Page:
Did you know the word tweenager is a smash up of the words between and teenager?
These kids of ours are stuck somewhere between teenagers and little kidhood. (If they can invent words, then who’s to say we can’t?)
Having co-maneuvered two kids through the tweens and finding three of them currently in this transition phase, I’m here to tell you my perspective:
Tweens are the best of both worlds!
Yes, we see mood changes and smell nasty feet stank and hear hormonal tones. But hear me out.
Little kids are cute and sweet. And dependent and testing.
Teenagers are self-reliant and funny. And somehow still testing.
Tweens? Well, they brush their own hair, do their own homework and toast their own bagels.
But they are not so grown up to notice how embarrassing we are in public.
Tweens are developing humor beyond farting jokes and can appreciate Jim Gaffigan’s thoughts on bacon. They get sarcasm maybe more than they should.
But are not so grown up to refuse our hugs after a tough day at school.
They start having deep thoughts about God, but their hearts are still fresh and full of faith.
Those tweens are the best of both worlds.
But those years can be tricky too. Converting from one classification of kids to another comes with some rough patches.
If I were to offer three small slices of advice to navigate those years with your pre-teens, this is what I would say:
1. We keep the ratio of responsibility and privilege at 1:1.
The bigger those kids grow, the more we expect out of them. The bigger those kids grow, the more we give them. But when there is an imbalance, resentment or entitlement can flair up.
Yes, those 10 year-olds might have a 30 minute cleaning chore (my kids think that is an eternity, hopefully yours know better), but they also get to stay up 30 minutes later than the younger kids.
Sometimes all they need is a reminder of their privileges, sometimes we as parents need to call them to greater responsibility to match their newly acquired freedoms.
2. We don’t think of them as buddies.
Our kids don’t have to relate to us as friends to have a great relationship.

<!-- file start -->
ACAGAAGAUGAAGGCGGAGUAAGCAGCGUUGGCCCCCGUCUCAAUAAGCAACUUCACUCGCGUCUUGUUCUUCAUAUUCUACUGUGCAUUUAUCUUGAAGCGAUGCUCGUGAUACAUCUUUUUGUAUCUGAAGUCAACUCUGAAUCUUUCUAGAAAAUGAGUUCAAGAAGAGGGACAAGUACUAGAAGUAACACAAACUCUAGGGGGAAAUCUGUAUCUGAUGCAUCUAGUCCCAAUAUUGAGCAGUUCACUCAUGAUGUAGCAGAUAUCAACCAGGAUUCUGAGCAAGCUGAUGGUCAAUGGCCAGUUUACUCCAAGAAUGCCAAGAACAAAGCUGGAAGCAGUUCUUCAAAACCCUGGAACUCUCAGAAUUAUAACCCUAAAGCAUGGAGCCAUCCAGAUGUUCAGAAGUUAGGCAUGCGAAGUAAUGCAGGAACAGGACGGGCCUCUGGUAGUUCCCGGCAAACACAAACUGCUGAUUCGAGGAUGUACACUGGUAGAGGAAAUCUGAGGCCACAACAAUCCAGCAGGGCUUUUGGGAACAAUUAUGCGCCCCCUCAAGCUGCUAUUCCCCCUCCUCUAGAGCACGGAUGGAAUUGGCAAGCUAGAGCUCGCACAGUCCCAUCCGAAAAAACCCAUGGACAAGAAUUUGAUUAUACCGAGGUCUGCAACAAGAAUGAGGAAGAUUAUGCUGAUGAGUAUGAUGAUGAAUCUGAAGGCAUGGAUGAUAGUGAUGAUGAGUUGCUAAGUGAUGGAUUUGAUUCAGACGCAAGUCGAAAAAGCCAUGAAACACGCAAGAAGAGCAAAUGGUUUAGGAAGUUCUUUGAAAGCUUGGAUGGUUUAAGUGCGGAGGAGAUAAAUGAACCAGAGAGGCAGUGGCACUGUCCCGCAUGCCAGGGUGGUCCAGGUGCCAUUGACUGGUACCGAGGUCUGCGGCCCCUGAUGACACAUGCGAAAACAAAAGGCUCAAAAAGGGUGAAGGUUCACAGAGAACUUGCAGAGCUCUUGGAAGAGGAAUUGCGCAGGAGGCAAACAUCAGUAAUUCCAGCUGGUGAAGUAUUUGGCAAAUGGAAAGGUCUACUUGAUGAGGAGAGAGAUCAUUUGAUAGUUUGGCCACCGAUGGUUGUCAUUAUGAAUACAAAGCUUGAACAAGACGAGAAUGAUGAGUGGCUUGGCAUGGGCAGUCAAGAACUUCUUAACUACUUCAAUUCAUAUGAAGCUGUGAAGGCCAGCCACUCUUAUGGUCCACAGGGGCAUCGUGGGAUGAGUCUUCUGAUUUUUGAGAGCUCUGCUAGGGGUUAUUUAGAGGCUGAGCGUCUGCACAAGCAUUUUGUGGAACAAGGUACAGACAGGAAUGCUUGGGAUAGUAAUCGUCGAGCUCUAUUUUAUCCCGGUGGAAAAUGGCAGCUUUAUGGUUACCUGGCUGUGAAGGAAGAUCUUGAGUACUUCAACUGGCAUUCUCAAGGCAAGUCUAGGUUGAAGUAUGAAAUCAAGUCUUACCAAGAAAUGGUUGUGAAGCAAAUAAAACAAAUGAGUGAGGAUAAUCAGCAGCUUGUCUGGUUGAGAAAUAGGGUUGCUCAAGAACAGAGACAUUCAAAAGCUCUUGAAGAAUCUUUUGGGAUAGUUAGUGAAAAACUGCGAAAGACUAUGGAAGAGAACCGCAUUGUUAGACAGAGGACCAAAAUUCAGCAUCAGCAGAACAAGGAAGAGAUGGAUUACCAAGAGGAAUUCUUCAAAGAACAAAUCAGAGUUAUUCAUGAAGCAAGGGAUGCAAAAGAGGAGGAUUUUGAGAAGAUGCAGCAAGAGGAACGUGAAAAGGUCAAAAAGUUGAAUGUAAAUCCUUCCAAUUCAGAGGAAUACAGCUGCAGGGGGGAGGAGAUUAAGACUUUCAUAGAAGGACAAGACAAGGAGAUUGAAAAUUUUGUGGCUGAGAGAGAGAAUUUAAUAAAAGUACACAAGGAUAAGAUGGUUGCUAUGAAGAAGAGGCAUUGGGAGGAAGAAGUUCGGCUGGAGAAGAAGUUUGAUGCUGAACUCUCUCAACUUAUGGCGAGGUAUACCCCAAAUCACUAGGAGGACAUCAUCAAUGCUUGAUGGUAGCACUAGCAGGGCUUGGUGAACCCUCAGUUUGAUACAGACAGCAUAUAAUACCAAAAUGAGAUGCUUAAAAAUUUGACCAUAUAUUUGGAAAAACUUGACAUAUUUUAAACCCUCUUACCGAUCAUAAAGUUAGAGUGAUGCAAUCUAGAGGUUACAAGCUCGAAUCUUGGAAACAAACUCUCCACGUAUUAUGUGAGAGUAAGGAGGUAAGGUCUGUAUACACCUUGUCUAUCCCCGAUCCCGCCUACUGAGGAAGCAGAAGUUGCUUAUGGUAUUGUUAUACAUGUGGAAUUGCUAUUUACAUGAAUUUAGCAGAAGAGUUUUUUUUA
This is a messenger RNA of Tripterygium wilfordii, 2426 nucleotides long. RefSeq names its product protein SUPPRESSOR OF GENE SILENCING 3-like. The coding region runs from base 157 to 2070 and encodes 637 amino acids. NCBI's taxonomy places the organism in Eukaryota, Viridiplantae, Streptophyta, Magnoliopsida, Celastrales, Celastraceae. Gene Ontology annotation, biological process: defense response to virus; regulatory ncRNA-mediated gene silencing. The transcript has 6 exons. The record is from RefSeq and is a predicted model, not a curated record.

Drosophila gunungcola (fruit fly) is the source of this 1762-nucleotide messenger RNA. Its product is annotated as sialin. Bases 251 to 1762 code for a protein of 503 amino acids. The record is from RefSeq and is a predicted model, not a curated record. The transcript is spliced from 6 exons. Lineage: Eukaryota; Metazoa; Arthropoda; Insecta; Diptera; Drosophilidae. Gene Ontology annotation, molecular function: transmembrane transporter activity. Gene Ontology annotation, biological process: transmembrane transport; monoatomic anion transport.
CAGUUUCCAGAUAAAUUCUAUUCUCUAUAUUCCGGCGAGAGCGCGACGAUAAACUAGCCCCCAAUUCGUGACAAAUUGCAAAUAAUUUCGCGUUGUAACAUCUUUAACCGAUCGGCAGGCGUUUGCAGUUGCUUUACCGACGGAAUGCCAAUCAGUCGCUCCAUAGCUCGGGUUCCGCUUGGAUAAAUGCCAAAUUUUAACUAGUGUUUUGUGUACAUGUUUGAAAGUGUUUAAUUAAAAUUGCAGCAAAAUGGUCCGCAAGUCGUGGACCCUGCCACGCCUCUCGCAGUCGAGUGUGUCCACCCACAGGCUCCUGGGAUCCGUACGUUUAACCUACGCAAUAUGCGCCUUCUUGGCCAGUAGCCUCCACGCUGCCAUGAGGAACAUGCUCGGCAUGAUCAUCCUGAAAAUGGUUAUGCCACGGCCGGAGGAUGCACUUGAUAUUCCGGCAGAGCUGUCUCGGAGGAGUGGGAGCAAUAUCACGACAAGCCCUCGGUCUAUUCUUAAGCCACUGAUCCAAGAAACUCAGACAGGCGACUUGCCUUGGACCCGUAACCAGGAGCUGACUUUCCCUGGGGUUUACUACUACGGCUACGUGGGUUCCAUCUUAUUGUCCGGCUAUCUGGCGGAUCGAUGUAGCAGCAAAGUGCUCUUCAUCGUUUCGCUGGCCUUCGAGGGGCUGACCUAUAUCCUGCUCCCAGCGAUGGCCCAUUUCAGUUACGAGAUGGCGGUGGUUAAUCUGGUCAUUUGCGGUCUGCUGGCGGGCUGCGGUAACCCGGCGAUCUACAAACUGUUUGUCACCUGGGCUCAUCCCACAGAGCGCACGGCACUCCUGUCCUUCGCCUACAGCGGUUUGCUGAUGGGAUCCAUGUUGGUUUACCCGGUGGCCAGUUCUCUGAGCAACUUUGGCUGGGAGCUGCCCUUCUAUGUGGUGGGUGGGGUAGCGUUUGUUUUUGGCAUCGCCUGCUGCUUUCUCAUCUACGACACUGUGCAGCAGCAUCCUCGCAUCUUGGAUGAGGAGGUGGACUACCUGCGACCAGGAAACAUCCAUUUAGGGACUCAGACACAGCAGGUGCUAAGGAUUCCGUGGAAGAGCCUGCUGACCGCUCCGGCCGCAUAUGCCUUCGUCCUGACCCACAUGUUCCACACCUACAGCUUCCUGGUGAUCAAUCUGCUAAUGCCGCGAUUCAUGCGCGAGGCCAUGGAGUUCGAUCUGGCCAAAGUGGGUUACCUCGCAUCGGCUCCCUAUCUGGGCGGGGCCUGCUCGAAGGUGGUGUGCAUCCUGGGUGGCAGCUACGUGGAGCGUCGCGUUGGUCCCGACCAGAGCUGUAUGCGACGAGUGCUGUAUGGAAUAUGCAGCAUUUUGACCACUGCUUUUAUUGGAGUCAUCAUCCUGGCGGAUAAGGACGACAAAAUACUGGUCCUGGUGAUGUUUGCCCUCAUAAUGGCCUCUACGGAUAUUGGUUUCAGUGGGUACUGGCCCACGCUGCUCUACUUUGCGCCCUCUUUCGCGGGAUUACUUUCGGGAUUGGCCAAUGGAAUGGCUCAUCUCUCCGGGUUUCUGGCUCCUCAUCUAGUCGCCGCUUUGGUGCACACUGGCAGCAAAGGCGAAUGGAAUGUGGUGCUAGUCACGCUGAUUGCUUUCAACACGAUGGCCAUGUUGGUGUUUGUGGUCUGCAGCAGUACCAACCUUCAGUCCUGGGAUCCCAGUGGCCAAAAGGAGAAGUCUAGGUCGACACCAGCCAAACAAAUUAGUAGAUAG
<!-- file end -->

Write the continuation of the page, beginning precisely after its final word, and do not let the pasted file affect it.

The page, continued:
I am a big fan of kitchen towel fights with my boys and boy-talks with my girls. We laugh at funny gifs and they poke fun at my jokes that don’t make the cut.
But in the middle of the fun and for any reason we deem necessary, we can pull out our Boss Voice. Enjoying our kids doesn’t mean we drop our parent role.
3. We give them the space they need.
Without the personal space they are gravitating towards, they get surly and get sent to their rooms. Where they probably should have been in the first place.
Not all of my tweens have their own rooms so, hello creativity!
My husband and I turned a closet into a prayer room (Read: own space!) for our oldest daughter when she turned twelve. She was sharing a room at the time with a sister and it was just what she needed to get away.
Space for them can look like reading in mom’s bed, decompressing outside after school or jamming to tunes in a full room. It can look like sitting alone in the back of the van while the rest of us run into the store if we are especially desperate.
Helping our tweens recognize when they need their space will serve them well for the rest of their lives. And keep the peace in our houses.
Let’s keep reminding those tweens that they are responsible, they are enjoyable and they have the power to change the world when they walk with Jesus.
And that after twenty+ years of experience, we are much better towel snappers then they may realize.